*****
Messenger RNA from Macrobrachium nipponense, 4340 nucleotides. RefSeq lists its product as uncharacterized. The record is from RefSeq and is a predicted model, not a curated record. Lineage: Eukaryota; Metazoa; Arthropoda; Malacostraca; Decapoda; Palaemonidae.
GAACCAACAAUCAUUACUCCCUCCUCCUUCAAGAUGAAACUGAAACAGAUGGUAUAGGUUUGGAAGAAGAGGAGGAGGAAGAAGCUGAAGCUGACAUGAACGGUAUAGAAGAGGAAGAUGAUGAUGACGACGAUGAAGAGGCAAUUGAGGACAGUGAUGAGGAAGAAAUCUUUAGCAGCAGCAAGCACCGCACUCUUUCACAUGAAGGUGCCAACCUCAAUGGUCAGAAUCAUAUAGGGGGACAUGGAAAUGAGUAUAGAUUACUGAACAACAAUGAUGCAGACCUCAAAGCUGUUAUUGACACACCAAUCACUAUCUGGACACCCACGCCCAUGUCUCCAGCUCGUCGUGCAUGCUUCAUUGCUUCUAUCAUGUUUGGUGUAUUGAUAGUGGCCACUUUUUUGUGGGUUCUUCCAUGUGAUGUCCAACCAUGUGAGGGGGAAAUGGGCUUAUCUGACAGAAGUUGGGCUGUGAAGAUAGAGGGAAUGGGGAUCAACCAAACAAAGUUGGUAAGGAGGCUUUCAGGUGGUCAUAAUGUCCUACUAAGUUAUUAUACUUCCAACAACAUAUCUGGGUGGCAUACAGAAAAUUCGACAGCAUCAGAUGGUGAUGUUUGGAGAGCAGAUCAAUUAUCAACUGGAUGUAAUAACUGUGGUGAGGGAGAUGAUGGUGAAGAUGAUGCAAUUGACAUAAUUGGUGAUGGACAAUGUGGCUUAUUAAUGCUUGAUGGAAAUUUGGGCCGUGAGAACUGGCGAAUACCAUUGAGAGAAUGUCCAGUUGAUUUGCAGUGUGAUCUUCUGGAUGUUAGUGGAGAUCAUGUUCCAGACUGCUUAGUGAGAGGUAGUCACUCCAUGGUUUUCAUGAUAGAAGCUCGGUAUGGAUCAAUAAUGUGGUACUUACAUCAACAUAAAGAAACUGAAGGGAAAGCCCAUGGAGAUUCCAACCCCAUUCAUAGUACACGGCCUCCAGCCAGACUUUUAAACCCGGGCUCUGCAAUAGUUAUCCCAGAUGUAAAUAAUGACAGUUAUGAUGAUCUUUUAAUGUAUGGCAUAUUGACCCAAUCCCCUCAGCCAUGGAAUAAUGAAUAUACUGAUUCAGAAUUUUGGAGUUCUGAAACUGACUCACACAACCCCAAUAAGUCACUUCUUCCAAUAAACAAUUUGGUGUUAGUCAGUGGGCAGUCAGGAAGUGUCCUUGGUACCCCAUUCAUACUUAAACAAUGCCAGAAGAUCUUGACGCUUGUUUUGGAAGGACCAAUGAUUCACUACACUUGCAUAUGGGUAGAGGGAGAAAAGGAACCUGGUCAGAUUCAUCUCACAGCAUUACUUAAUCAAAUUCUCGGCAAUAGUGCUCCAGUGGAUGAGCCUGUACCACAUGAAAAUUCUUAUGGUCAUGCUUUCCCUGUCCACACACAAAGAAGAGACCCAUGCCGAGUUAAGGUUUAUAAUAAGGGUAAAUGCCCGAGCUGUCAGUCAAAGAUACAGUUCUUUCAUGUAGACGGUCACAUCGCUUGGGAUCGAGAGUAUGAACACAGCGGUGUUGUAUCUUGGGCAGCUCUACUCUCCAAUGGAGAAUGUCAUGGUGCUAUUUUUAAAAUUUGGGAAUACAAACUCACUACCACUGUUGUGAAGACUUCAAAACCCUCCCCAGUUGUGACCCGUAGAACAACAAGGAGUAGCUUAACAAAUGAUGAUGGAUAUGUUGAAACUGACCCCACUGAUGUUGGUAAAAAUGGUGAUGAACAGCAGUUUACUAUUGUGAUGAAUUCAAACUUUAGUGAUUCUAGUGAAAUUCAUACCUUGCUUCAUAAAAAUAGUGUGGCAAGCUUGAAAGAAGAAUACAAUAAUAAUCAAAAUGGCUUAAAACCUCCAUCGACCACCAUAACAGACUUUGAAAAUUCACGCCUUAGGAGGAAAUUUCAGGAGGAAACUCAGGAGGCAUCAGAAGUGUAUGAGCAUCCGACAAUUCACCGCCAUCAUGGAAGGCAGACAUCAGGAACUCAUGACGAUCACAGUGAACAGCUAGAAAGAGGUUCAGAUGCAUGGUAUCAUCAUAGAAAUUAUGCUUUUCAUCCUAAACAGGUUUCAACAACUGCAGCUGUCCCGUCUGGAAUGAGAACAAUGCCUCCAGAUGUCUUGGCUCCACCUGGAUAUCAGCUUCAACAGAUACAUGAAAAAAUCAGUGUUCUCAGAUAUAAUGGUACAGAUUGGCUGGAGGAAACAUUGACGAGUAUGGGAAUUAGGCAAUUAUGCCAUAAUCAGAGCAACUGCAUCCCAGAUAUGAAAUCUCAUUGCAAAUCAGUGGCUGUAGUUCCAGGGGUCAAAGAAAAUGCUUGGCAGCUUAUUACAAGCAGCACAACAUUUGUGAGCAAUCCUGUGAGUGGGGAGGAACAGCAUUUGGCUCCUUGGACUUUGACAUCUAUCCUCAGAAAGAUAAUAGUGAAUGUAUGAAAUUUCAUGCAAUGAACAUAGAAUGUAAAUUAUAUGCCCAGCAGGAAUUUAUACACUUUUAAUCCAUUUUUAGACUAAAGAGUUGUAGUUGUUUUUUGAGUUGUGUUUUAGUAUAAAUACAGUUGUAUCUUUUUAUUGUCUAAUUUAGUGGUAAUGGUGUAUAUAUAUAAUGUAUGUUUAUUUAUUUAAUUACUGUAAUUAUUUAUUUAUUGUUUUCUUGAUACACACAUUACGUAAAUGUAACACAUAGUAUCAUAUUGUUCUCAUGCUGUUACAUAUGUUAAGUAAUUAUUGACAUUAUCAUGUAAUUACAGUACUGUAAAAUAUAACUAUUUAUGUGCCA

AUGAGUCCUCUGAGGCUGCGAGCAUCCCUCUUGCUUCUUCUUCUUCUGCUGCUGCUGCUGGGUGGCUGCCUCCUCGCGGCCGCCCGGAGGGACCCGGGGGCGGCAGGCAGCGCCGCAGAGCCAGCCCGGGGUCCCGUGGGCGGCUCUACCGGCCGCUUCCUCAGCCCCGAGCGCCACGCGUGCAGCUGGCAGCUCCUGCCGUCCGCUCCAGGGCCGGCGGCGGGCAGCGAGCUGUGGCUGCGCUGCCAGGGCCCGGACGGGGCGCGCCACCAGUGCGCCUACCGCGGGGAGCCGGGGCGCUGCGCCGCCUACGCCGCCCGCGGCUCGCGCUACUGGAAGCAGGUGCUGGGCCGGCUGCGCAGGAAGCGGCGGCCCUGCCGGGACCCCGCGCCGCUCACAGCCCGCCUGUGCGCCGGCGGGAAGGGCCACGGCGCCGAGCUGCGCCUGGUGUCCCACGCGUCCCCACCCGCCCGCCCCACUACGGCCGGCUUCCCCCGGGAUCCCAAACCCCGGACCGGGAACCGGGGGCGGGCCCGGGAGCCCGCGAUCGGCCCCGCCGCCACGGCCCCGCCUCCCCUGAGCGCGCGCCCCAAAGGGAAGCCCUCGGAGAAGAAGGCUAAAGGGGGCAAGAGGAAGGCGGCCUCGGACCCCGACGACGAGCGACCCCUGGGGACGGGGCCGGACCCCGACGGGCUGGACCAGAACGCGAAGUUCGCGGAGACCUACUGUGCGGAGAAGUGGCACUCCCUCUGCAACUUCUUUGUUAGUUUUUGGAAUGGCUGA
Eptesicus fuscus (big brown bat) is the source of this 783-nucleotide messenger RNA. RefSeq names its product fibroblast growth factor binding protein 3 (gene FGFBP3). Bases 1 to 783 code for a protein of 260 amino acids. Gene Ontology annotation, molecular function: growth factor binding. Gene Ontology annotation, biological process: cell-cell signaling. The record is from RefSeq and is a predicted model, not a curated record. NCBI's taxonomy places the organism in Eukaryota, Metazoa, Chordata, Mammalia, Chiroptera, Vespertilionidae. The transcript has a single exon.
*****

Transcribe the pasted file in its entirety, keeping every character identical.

Messenger RNA from Macrobrachium nipponense, 4340 nucleotides. RefSeq lists its product as uncharacterized. The record is from RefSeq and is a predicted model, not a curated record. Lineage: Eukaryota; Metazoa; Arthropoda; Malacostraca; Decapoda; Palaemonidae.
GAACCAACAAUCAUUACUCCCUCCUCCUUCAAGAUGAAACUGAAACAGAUGGUAUAGGUUUGGAAGAAGAGGAGGAGGAAGAAGCUGAAGCUGACAUGAACGGUAUAGAAGAGGAAGAUGAUGAUGACGACGAUGAAGAGGCAAUUGAGGACAGUGAUGAGGAAGAAAUCUUUAGCAGCAGCAAGCACCGCACUCUUUCACAUGAAGGUGCCAACCUCAAUGGUCAGAAUCAUAUAGGGGGACAUGGAAAUGAGUAUAGAUUACUGAACAACAAUGAUGCAGACCUCAAAGCUGUUAUUGACACACCAAUCACUAUCUGGACACCCACGCCCAUGUCUCCAGCUCGUCGUGCAUGCUUCAUUGCUUCUAUCAUGUUUGGUGUAUUGAUAGUGGCCACUUUUUUGUGGGUUCUUCCAUGUGAUGUCCAACCAUGUGAGGGGGAAAUGGGCUUAUCUGACAGAAGUUGGGCUGUGAAGAUAGAGGGAAUGGGGAUCAACCAAACAAAGUUGGUAAGGAGGCUUUCAGGUGGUCAUAAUGUCCUACUAAGUUAUUAUACUUCCAACAACAUAUCUGGGUGGCAUACAGAAAAUUCGACAGCAUCAGAUGGUGAUGUUUGGAGAGCAGAUCAAUUAUCAACUGGAUGUAAUAACUGUGGUGAGGGAGAUGAUGGUGAAGAUGAUGCAAUUGACAUAAUUGGUGAUGGACAAUGUGGCUUAUUAAUGCUUGAUGGAAAUUUGGGCCGUGAGAACUGGCGAAUACCAUUGAGAGAAUGUCCAGUUGAUUUGCAGUGUGAUCUUCUGGAUGUUAGUGGAGAUCAUGUUCCAGACUGCUUAGUGAGAGGUAGUCACUCCAUGGUUUUCAUGAUAGAAGCUCGGUAUGGAUCAAUAAUGUGGUACUUACAUCAACAUAAAGAAACUGAAGGGAAAGCCCAUGGAGAUUCCAACCCCAUUCAUAGUACACGGCCUCCAGCCAGACUUUUAAACCCGGGCUCUGCAAUAGUUAUCCCAGAUGUAAAUAAUGACAGUUAUGAUGAUCUUUUAAUGUAUGGCAUAUUGACCCAAUCCCCUCAGCCAUGGAAUAAUGAAUAUACUGAUUCAGAAUUUUGGAGUUCUGAAACUGACUCACACAACCCCAAUAAGUCACUUCUUCCAAUAAACAAUUUGGUGUUAGUCAGUGGGCAGUCAGGAAGUGUCCUUGGUACCCCAUUCAUACUUAAACAAUGCCAGAAGAUCUUGACGCUUGUUUUGGAAGGACCAAUGAUUCACUACACUUGCAUAUGGGUAGAGGGAGAAAAGGAACCUGGUCAGAUUCAUCUCACAGCAUUACUUAAUCAAAUUCUCGGCAAUAGUGCUCCAGUGGAUGAGCCUGUACCACAUGAAAAUUCUUAUGGUCAUGCUUUCCCUGUCCACACACAAAGAAGAGACCCAUGCCGAGUUAAGGUUUAUAAUAAGGGUAAAUGCCCGAGCUGUCAGUCAAAGAUACAGUUCUUUCAUGUAGACGGUCACAUCGCUUGGGAUCGAGAGUAUGAACACAGCGGUGUUGUAUCUUGGGCAGCUCUACUCUCCAAUGGAGAAUGUCAUGGUGCUAUUUUUAAAAUUUGGGAAUACAAACUCACUACCACUGUUGUGAAGACUUCAAAACCCUCCCCAGUUGUGACCCGUAGAACAACAAGGAGUAGCUUAACAAAUGAUGAUGGAUAUGUUGAAACUGACCCCACUGAUGUUGGUAAAAAUGGUGAUGAACAGCAGUUUACUAUUGUGAUGAAUUCAAACUUUAGUGAUUCUAGUGAAAUUCAUACCUUGCUUCAUAAAAAUAGUGUGGCAAGCUUGAAAGAAGAAUACAAUAAUAAUCAAAAUGGCUUAAAACCUCCAUCGACCACCAUAACAGACUUUGAAAAUUCACGCCUUAGGAGGAAAUUUCAGGAGGAAACUCAGGAGGCAUCAGAAGUGUAUGAGCAUCCGACAAUUCACCGCCAUCAUGGAAGGCAGACAUCAGGAACUCAUGACGAUCACAGUGAACAGCUAGAAAGAGGUUCAGAUGCAUGGUAUCAUCAUAGAAAUUAUGCUUUUCAUCCUAAACAGGUUUCAACAACUGCAGCUGUCCCGUCUGGAAUGAGAACAAUGCCUCCAGAUGUCUUGGCUCCACCUGGAUAUCAGCUUCAACAGAUACAUGAAAAAAUCAGUGUUCUCAGAUAUAAUGGUACAGAUUGGCUGGAGGAAACAUUGACGAGUAUGGGAAUUAGGCAAUUAUGCCAUAAUCAGAGCAACUGCAUCCCAGAUAUGAAAUCUCAUUGCAAAUCAGUGGCUGUAGUUCCAGGGGUCAAAGAAAAUGCUUGGCAGCUUAUUACAAGCAGCACAACAUUUGUGAGCAAUCCUGUGAGUGGGGAGGAACAGCAUUUGGCUCCUUGGACUUUGACAUCUAUCCUCAGAAAGAUAAUAGUGAAUGUAUGAAAUUUCAUGCAAUGAACAUAGAAUGUAAAUUAUAUGCCCAGCAGGAAUUUAUACACUUUUAAUCCAUUUUUAGACUAAAGAGUUGUAGUUGUUUUUUGAGUUGUGUUUUAGUAUAAAUACAGUUGUAUCUUUUUAUUGUCUAAUUUAGUGGUAAUGGUGUAUAUAUAUAAUGUAUGUUUAUUUAUUUAAUUACUGUAAUUAUUUAUUUAUUGUUUUCUUGAUACACACAUUACGUAAAUGUAACACAUAGUAUCAUAUUGUUCUCAUGCUGUUACAUAUGUUAAGUAAUUAUUGACAUUAUCAUGUAAUUACAGUACUGUAAAAUAUAACUAUUUAUGUGCCA

AUGAGUCCUCUGAGGCUGCGAGCAUCCCUCUUGCUUCUUCUUCUUCUGCUGCUGCUGCUGGGUGGCUGCCUCCUCGCGGCCGCCCGGAGGGACCCGGGGGCGGCAGGCAGCGCCGCAGAGCCAGCCCGGGGUCCCGUGGGCGGCUCUACCGGCCGCUUCCUCAGCCCCGAGCGCCACGCGUGCAGCUGGCAGCUCCUGCCGUCCGCUCCAGGGCCGGCGGCGGGCAGCGAGCUGUGGCUGCGCUGCCAGGGCCCGGACGGGGCGCGCCACCAGUGCGCCUACCGCGGGGAGCCGGGGCGCUGCGCCGCCUACGCCGCCCGCGGCUCGCGCUACUGGAAGCAGGUGCUGGGCCGGCUGCGCAGGAAGCGGCGGCCCUGCCGGGACCCCGCGCCGCUCACAGCCCGCCUGUGCGCCGGCGGGAAGGGCCACGGCGCCGAGCUGCGCCUGGUGUCCCACGCGUCCCCACCCGCCCGCCCCACUACGGCCGGCUUCCCCCGGGAUCCCAAACCCCGGACCGGGAACCGGGGGCGGGCCCGGGAGCCCGCGAUCGGCCCCGCCGCCACGGCCCCGCCUCCCCUGAGCGCGCGCCCCAAAGGGAAGCCCUCGGAGAAGAAGGCUAAAGGGGGCAAGAGGAAGGCGGCCUCGGACCCCGACGACGAGCGACCCCUGGGGACGGGGCCGGACCCCGACGGGCUGGACCAGAACGCGAAGUUCGCGGAGACCUACUGUGCGGAGAAGUGGCACUCCCUCUGCAACUUCUUUGUUAGUUUUUGGAAUGGCUGA
Eptesicus fuscus (big brown bat) is the source of this 783-nucleotide messenger RNA. RefSeq names its product fibroblast growth factor binding protein 3 (gene FGFBP3). Bases 1 to 783 code for a protein of 260 amino acids. Gene Ontology annotation, molecular function: growth factor binding. Gene Ontology annotation, biological process: cell-cell signaling. The record is from RefSeq and is a predicted model, not a curated record. NCBI's taxonomy places the organism in Eukaryota, Metazoa, Chordata, Mammalia, Chiroptera, Vespertilionidae. The transcript has a single exon.